Construct > Offset Plane. To cut the sphere, I select it and
Modify > Split body and then set
Cutting tool > Select to the construction plane. Then, to remove the other half, I had to play a bit around. What I filally did was rightclick the half to remove,
move it from the design, rightclick in the list of bodies for menu and then
Finally, I just need to replicate the arm with the same steps than before
When trying to export the files for 3D printing, I noticed I made a bad decision when defining the elemenst of the design. I have two components that, to my understanding now, cannot be sent together for 3D printing [UPDATE(week4): YEs you can, just activate the whole model, not component by component].. What I needed was different bodies of the same component. Luckily for me, I discovered you can get the body from one component and past it to the other. You do not paste the different sketches, but the final product.
In any case, to get the fusion file of your design
File > Export and to get the file for 3D printing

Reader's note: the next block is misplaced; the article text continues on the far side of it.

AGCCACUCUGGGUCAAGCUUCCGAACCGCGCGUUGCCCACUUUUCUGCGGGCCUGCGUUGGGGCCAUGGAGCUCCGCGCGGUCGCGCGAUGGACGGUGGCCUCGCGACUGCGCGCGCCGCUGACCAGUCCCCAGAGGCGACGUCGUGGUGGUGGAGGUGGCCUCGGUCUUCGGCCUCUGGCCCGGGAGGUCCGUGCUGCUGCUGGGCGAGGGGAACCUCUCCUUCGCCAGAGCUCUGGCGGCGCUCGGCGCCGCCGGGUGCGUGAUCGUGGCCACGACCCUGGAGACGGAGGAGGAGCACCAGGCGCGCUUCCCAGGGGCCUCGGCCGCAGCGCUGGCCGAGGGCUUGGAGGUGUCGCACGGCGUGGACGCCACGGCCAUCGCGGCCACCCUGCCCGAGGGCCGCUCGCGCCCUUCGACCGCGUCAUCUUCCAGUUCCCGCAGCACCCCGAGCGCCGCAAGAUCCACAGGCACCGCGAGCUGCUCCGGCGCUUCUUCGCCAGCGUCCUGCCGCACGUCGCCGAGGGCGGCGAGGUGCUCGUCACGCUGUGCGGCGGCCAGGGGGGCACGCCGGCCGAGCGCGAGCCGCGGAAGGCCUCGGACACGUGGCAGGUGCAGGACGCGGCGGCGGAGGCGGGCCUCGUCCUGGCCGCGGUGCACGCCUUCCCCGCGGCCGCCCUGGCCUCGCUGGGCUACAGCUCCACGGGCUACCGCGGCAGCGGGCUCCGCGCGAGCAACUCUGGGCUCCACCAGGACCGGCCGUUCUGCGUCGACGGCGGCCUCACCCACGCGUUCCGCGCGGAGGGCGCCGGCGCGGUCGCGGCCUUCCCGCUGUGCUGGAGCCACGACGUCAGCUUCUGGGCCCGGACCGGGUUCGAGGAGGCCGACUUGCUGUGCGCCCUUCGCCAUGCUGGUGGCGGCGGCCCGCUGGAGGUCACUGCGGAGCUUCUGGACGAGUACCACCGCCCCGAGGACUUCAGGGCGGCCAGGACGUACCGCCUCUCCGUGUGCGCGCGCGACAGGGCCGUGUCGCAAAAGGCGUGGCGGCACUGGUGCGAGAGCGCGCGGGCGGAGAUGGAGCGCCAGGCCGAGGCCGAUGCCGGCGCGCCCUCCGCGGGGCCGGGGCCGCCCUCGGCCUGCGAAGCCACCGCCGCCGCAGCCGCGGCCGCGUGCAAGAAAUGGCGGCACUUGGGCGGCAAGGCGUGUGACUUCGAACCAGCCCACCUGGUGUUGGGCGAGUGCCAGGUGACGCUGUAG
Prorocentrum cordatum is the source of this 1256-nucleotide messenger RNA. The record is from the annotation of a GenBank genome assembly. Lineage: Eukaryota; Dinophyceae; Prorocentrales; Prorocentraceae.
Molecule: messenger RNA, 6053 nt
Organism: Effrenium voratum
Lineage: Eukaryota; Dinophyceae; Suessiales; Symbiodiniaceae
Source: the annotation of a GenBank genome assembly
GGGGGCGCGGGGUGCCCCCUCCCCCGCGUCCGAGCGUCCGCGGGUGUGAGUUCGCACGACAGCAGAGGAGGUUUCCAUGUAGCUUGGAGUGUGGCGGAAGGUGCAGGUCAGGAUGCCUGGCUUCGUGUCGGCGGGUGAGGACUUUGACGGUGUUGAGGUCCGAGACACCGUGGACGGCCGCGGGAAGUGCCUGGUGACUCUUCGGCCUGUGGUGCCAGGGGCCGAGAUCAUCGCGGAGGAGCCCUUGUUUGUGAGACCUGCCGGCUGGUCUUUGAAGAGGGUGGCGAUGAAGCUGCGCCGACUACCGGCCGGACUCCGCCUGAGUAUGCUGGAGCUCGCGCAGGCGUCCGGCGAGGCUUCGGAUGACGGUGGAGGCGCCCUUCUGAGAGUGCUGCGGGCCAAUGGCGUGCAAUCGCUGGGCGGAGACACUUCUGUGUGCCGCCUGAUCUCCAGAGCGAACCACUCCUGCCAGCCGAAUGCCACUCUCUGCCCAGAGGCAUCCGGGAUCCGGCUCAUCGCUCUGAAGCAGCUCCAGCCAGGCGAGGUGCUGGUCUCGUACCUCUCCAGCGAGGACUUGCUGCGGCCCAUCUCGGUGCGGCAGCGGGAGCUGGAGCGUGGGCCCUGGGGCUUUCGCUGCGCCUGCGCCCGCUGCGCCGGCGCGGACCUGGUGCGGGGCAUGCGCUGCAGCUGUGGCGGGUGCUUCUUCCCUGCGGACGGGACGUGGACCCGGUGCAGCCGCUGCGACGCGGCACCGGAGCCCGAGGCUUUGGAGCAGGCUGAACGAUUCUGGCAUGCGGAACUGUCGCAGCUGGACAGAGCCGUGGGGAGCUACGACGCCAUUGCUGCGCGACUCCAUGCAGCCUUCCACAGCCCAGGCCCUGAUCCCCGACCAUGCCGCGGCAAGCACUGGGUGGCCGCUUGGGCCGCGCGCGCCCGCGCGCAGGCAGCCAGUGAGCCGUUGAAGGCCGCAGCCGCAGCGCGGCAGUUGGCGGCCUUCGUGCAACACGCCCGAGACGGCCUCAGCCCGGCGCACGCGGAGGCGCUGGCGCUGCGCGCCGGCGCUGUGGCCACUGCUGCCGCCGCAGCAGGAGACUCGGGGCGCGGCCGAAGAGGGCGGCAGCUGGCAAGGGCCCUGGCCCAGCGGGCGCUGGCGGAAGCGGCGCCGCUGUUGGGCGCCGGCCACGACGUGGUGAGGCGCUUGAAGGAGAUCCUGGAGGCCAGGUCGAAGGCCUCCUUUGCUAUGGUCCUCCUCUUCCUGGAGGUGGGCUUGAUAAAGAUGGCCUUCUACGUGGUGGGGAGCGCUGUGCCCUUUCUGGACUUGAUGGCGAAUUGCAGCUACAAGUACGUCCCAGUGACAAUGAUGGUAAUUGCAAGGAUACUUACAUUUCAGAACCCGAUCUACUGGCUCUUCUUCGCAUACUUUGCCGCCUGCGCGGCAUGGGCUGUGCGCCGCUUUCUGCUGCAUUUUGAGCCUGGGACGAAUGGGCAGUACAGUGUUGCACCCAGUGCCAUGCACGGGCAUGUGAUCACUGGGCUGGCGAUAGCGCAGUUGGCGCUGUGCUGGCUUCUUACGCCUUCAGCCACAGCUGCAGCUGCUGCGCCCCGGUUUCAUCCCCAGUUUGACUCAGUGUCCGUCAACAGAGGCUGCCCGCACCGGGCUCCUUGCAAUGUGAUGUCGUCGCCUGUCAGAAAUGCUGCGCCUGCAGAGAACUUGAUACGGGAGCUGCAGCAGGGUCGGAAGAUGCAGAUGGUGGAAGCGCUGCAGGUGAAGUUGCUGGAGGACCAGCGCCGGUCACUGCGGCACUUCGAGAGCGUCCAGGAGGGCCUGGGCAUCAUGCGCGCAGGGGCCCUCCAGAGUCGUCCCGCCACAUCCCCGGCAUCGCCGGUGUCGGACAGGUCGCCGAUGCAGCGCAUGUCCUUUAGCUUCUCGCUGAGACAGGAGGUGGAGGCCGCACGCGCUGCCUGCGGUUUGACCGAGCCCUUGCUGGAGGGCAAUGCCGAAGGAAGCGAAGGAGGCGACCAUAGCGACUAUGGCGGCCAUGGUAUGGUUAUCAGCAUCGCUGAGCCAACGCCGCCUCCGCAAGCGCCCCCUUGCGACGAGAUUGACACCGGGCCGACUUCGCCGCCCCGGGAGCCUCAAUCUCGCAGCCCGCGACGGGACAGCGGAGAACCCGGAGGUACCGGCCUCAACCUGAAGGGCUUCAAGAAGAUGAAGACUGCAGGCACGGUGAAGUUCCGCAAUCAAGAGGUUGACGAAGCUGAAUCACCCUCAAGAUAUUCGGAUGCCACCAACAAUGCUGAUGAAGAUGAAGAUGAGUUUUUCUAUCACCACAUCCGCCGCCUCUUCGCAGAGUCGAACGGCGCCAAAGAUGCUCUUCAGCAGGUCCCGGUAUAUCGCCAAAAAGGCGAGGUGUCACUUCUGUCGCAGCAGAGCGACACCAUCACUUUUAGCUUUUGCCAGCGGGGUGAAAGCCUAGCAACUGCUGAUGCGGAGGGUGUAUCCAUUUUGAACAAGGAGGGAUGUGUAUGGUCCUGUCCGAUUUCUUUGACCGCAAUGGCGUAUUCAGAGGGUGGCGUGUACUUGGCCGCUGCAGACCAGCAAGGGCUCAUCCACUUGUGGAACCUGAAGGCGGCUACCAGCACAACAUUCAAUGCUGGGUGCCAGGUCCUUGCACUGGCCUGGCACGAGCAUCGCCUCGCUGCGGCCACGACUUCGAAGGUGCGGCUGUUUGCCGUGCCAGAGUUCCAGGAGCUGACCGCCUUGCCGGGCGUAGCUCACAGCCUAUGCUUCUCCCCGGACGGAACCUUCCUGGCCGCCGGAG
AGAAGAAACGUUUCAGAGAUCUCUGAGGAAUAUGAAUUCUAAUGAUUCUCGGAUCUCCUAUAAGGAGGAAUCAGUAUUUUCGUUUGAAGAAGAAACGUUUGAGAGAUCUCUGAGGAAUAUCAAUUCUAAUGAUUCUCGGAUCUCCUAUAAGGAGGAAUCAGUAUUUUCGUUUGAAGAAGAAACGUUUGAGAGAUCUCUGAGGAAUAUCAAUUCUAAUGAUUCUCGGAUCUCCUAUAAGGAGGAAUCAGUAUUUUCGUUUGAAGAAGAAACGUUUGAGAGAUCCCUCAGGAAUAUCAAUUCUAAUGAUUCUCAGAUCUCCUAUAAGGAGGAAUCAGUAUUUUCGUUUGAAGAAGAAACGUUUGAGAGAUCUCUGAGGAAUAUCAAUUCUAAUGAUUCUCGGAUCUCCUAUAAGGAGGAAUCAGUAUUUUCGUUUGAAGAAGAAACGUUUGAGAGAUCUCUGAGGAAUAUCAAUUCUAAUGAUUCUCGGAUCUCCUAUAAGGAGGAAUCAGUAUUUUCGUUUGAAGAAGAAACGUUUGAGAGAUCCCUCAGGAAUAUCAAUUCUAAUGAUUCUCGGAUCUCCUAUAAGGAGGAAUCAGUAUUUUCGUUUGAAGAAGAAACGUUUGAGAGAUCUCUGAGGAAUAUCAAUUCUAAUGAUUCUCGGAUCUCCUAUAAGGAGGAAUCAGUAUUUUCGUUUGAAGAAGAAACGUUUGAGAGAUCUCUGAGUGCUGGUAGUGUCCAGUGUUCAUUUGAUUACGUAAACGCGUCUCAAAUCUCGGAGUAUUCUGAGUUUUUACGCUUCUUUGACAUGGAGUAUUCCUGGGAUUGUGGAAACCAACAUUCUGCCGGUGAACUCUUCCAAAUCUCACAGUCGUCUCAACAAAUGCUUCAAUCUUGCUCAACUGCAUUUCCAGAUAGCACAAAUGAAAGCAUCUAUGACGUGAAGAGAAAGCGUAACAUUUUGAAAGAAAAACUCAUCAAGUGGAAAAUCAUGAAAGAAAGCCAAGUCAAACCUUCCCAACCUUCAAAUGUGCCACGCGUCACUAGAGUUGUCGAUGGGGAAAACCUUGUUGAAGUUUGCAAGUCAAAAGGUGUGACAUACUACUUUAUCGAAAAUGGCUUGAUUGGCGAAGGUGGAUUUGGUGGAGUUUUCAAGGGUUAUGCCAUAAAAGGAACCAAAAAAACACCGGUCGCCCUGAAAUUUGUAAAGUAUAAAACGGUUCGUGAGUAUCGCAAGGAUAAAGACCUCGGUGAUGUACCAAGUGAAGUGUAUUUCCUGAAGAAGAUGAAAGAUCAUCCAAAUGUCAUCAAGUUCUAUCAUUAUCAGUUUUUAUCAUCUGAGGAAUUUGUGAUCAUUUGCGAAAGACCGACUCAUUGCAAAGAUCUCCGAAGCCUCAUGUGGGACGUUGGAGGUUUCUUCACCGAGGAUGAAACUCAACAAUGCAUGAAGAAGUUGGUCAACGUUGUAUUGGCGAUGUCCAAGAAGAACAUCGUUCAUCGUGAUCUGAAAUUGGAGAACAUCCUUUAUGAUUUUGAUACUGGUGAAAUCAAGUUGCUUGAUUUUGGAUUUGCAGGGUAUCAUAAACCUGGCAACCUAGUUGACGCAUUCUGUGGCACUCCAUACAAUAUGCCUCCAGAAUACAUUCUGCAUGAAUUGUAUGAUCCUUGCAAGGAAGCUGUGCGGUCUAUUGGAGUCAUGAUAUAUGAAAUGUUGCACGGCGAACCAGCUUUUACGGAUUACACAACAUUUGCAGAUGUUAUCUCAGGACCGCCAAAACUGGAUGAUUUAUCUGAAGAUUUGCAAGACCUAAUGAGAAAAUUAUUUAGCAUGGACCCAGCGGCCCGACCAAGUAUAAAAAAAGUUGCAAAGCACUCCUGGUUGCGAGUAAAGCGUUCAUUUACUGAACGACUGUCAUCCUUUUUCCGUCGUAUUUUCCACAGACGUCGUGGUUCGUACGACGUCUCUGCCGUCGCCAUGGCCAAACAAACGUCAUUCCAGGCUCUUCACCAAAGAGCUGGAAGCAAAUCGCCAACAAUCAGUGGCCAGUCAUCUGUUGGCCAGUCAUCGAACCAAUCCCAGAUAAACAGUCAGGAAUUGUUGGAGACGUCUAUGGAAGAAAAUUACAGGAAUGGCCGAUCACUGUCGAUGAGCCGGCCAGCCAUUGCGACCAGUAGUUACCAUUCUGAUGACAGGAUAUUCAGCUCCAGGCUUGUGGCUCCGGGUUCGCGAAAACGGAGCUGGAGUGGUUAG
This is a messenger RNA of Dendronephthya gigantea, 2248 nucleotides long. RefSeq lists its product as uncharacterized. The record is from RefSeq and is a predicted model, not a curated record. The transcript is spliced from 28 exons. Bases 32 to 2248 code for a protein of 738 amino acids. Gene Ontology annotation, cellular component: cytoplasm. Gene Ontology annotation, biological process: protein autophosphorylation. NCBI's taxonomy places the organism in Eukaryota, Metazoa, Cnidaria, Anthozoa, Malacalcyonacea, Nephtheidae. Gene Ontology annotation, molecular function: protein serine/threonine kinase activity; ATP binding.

Make > 3D Printing and select the component/group of bodies you want to print
- inkscape: vector graphics editor
- I have learnt to draw a design in 2D using inkscape
- and in 3D using Fusion 360
- I have documented both processes in my personal site
- I have updated the final project page accordingly
- Learning fusion terminology and what each thing implies
- Fusion is a powerful tool, but painful nevertheless. I have noticed that if I have to draw and eliminate several times the same thing before having a final version (eg a construction line in a plane) I end up having to delete the whole step and start from fresh.
- Reducing png figures takes loong time
- Needed to understand differences between components and bodies. When I was trying to create the files for 3D printing, I understood you cannot send 2 componets at the same time.
- Try to sketch the steps to do a design before starting the design
- One component or groups of bodies is what you can 3D print. You cannot 3D print a group of components! (If you need, move the Body/is of the desired component into the other component). Wrong, check UPDATE